I agree with the author’s sentiment that the United States is in its collapse stage. I don’t know whether the collapse will take a decade or a hundred years. But it shares too many similarities to collapsing empires of history for me to think everything is going to be fine.

Written by Christopher Burg

January 18th, 2018 at 10:00 am

Our Dystopian Future

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Many people, myself included, were expecting our dystopian future to reflect Nineteen Eighty-Four, Brave New World, or some odd combination of the two. It turns out that Orwell and Huxley weren’t prophetic but Mike Judge was. Welcome to your dystopia:

Written by Christopher Burg

January 17th, 2018 at 11:00 am

Supreme Court to Decide Whether Politicians Can Shut Slaves Up

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Can a politician have you silenced for talking to them? That’s one of the cases the Supreme Court is taking up:

If a citizen speaks at a public meeting and says something a politician doesn’t like, can the citizen be arrested, cuffed, and carted off to the hoosegow?

Suppose that, during this fraught encounter, the citizen violates some law—even by accident, even one no one has ever heard of, even one dug up after the fact—does that make her arrest constitutional?


But the struggle was far from over. His original lawsuit against the city had alleged a violation of Florida’s open-meetings law. State authorities sent law enforcement agents to interview council members about those charges. The elected officials were so infuriated that, as one said on the record in a private 2006 meeting, they decided to “intimidate” Lozman and other critics “so that they can feel the same kind of unwarranted heat that we are feeling.” A few months later, Lozman went to the microphone during open comment time at a City Council meeting; but when he mentioned “public corruption” in Palm Beach County (where the city is located), the presiding council member ordered a police officer to arrest him.

He was charged with “disorderly conduct” and “resisting arrest without violence,” but the local prosecutor dropped the charges, saying in essence that no reasonable person would believe them. Lozman then brought a federal lawsuit against the city for “First Amendment retaliation.” A federal judge agreed that Lozman had “compelling” evidence that he’d been arrested as punishment for his protected speech. But the judge then threw out the case, reasoning that he actually could have been charged with the obscure state offense of “willfully interrupt[ing] or disturb[ing] any school or any assembly of people met for the worship of God or for any lawful purpose.”

What this meant, the court decided, was that the officer who arrested Lozman would have had “probable cause” (a reasonable basis to believe a crime had been committed) to arrest him if he had known about “assembly of people” statute and wanted to enforce it. The fact that the officer didn’t know about it was irrelevant—and so was the city’s unconstitutional motive. As long as an officer could have arrested Lozman for something, in other words, the retaliatory motive didn’t matter. The Eleventh Circuit affirmed: The existence of probable cause for any offense is an “absolute bar” to a suit for retaliatory arrest, it said.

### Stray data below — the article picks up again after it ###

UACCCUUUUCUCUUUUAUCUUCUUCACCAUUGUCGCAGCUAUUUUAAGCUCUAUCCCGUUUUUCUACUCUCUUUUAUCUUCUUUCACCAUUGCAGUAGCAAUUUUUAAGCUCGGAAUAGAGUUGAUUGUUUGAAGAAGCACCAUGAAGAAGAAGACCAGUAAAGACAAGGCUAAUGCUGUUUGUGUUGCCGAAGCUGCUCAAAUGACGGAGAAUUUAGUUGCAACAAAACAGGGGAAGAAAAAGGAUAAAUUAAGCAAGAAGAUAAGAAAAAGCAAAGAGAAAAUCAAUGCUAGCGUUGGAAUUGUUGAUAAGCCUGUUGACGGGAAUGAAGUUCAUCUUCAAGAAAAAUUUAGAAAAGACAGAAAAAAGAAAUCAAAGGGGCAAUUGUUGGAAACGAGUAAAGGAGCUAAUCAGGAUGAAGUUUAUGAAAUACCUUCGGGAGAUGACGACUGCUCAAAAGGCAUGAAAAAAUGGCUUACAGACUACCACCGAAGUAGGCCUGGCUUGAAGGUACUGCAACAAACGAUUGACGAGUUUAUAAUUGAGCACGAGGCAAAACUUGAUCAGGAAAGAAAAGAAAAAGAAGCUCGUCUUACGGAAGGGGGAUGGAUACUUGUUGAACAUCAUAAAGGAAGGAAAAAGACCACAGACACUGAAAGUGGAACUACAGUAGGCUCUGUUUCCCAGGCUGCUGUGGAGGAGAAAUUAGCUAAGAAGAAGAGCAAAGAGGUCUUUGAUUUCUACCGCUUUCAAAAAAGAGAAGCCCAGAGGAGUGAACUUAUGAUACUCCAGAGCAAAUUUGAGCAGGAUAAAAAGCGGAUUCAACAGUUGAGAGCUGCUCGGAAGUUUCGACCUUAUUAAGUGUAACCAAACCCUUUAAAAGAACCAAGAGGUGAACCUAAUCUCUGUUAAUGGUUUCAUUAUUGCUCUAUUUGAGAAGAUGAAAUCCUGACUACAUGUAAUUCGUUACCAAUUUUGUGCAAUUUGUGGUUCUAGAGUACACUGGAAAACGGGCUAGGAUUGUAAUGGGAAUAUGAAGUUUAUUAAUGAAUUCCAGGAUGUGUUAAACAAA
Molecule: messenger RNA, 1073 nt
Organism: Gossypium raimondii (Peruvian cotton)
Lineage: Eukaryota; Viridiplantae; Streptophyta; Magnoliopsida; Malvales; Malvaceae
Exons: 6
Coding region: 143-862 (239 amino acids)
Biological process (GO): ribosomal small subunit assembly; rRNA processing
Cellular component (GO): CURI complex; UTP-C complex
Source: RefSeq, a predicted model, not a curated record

Spoiler alert, they can (probably).

The ramifications of this case will be interesting. If the Supreme Court rules the intimidating tactics used by politicians are constitutional, then expressing dissenting opinions at public meetings will be a offense that can lead to arrest. It might not result in charges but it will give politicians throughout the entire country the ability to have annoyances removed and therefore create the illusion that their decisions are unanimously supported by the public.

The actions of the officer who arrested Lozman are also noteworthy. Lozman’s case was thrown out because the judge decided that an arrest is lawful so long as there is some law that the arrestee could be charged with (even if the officer is entirely ignorant of that law). With the mind boggling number of laws on the books, most of us are unknowingly in violation of some law at any given moment of the day. Under the judge’s criteria pretty much any arrest is a lawful arrest. Such power would effectively grant politicians to have anybody arrested at anytime without consequence.

Written by Christopher Burg

January 17th, 2018 at 10:30 am

If You Don’t Love America, You Can Leave… If You’re Allowed

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Whenever somebody makes any criticism whatsoever about the United States, jingoists are quick to respond by saying, “If you don’t like America, you can leave!” However, you can only leave if your government masters give you permission to do so and they’re less inclined to give that permission than they used to be:

A law that would deny or revoke passports for U.S. citizens with seriously delinquent tax debt is set to take effect later this month.

Under the law, the Internal Revenue Service is required to notify the State Department after it has certified that an individual has unpaid federal taxes, including penalties and interest, of more than $51,000. The State Department may then deny issuing or renewing a passport or revoke an existing passport. The threshold for being considered seriously delinquent will be indexed yearly for inflation.

Jingoists often ignore the fact that the United States isn’t a free or equal country. Just like in Ancient Rome, the United States is divided into plebeians and patricians. Although the criteria for both groups is slightly different than Ancient Rome’s the fact of the matter is if you’re a member of the plebeians, you are the subject of the patricians. You only have the privileges that the patricians bestow upon you. Leaving the United States isn’t a decision a plebeian can make for themselves, they need permission from the patricians.

Written by Christopher Burg

January 17th, 2018 at 10:00 am